The women in the study were not told its purpose.

Lobmaier said the effects of this evolutionary ability were probably a "really, really, really small" part of human behaviour.

"They are interesting from an evolutionary point of view, but how big the influence is on our daily lives we can't really say."

Explore further: Simple test gives accurate prediction of ovulation to help women become pregnant

More information: Can women detect cues to ovulation in other women's faces? Biology Letters, rsbl.royalsocietypublishing.org/lookup/doi/10.1098/rsbl.2015.0638

Related Stories

Does your voice share your fertility with others?

October 3, 2011

(PhysOrg.com) -- Unlike members of other animal species, human females do not have obvious physical signs to show the opposite sex that they are ovulating. But research over the years have found subtle changes in women such ...

Timing crucial in achieving pregnancy

September 3, 2012

A survey of women seeking fertility assistance to become pregnant found most did not know which days of the menstrual cycle they were fertile and most likely to conceive.

Do oestrogen levels affect the willingness to share?

September 17, 2015

Fluctuating hormone levels change a woman's social behaviour over the course of the menstrual cycle. Mood swings and irritability before the period as well as a greater interest in sex during ovulation are well known. Now ...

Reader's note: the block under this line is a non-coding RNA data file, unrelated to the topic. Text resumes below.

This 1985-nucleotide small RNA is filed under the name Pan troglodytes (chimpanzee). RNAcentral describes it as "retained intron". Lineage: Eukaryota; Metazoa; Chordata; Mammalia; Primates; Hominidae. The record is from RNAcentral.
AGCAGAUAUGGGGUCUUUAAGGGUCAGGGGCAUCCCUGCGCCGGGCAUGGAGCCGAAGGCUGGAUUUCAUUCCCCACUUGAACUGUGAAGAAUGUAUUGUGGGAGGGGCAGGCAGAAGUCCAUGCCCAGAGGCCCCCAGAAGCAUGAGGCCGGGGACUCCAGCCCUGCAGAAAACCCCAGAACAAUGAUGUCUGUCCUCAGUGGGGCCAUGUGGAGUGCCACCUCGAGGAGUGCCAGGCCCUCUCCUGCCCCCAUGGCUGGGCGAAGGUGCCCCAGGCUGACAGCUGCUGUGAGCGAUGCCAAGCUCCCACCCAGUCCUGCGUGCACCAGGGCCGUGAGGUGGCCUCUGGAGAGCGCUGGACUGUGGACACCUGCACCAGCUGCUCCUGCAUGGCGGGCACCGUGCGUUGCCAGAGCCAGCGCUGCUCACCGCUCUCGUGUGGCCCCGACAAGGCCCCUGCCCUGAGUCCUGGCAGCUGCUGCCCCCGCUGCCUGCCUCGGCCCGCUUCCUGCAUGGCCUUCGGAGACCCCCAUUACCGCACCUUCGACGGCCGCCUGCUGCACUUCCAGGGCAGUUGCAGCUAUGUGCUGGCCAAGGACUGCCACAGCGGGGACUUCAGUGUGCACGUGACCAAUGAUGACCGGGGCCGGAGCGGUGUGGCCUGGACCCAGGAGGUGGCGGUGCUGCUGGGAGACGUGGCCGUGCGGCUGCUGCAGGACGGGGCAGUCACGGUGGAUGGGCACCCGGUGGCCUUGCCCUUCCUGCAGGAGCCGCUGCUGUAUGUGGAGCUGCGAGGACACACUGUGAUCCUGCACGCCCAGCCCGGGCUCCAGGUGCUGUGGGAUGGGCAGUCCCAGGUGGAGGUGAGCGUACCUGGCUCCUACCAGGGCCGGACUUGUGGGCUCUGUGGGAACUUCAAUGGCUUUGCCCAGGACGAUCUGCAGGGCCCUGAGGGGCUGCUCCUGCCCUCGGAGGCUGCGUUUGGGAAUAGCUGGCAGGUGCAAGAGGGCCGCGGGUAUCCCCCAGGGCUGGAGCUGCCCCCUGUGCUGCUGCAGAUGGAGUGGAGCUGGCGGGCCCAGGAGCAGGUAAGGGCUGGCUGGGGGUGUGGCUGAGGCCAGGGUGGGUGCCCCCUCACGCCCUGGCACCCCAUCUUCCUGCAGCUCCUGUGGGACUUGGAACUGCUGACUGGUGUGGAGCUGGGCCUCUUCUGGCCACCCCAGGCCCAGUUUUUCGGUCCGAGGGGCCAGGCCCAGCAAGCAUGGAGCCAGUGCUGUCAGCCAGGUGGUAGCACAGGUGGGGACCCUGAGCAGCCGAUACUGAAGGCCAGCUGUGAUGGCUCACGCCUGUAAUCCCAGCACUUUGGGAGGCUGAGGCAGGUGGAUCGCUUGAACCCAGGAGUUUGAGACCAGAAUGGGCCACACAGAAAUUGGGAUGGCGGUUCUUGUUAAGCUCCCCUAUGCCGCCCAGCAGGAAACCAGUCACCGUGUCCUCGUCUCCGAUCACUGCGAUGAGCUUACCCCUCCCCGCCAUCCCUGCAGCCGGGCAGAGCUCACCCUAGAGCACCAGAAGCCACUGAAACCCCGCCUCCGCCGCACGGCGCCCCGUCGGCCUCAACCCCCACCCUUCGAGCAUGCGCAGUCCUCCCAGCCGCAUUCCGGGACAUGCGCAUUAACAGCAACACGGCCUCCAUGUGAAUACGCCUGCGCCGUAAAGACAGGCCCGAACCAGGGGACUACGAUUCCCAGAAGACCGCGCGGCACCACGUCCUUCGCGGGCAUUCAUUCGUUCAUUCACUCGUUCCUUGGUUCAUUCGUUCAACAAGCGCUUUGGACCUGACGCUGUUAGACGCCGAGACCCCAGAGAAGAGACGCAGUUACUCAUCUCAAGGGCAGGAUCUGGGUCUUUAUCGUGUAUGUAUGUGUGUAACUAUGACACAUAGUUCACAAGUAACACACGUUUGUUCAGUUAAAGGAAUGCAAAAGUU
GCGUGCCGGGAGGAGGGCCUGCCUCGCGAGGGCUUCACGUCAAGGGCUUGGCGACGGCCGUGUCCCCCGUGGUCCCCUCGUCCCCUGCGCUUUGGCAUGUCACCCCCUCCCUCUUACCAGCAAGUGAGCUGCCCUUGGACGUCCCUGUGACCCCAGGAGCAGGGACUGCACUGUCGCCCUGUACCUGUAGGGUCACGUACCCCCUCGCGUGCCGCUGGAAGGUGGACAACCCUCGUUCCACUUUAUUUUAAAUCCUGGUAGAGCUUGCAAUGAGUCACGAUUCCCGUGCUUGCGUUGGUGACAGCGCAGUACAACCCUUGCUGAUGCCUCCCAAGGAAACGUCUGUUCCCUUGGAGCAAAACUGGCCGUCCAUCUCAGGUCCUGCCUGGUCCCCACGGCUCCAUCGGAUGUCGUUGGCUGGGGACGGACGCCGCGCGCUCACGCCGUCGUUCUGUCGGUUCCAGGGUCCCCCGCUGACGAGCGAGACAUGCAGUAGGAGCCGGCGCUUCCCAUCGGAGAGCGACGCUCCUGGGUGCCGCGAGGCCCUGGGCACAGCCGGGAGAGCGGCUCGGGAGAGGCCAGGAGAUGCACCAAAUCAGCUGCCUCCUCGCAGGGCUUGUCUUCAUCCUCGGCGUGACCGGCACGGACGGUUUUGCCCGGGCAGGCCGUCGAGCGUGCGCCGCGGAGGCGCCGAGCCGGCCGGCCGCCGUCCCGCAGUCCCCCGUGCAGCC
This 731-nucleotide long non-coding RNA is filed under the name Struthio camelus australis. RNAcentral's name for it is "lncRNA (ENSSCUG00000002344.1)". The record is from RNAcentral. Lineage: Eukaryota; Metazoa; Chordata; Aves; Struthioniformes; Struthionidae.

Recommended for you

Why mole rats are more flexible than we previously thought

August 29, 2016

One of the most interesting facts about mole rats - that, as with ants and termites, individuals specialise in particular tasks throughout their lives - turns out to be wrong. Instead, a new study led by the University of ...

3 comments

Adjust slider to filter visible comments by rank

Display comments: newest first

krundoloss
5 / 5 (1) Jan 27, 2016
On the subject, I have always been able to tell when my girlfriend at the time was ovulating. They have a different smell, pheromones, even their skin seemed softer. I found it suprising that the difference can be detected in a photo, however.
promile
Jan 27, 2016
This comment has been removed by a moderator.
winthrom
not rated yet Jan 28, 2016
One can >>speculate<< that the images identified by women: "Those who were not ovulating but had high oestradiol levels...." are protecting their access to the male(s) of their choice who are supposed to be faithful to supporting the development of their offspring. The women "are better at guarding their mate from potential adultery," study co-author Janek Lobmaier of the University of Bern told AFP.

How is this protectiveness accomplished?

This faithfulness is counter to the male imperative of spreading his gene pool to as many offspring as possible (therefore as many females as possible). The male (untested in the photo reviews) has greater interest in recognizing this signal because it makes mating more selective for fertile females. The female has to be seductive to attract a male of her choice, and repulsive to refuse males not of her choice. Is this signal merely a male "opportunity flag" females use to play the field?

Please sign in to add a comment. Registration is free, and takes less than a minute. Read more

Click here to reset your password.
Sign in to get notified via email when new comments are made.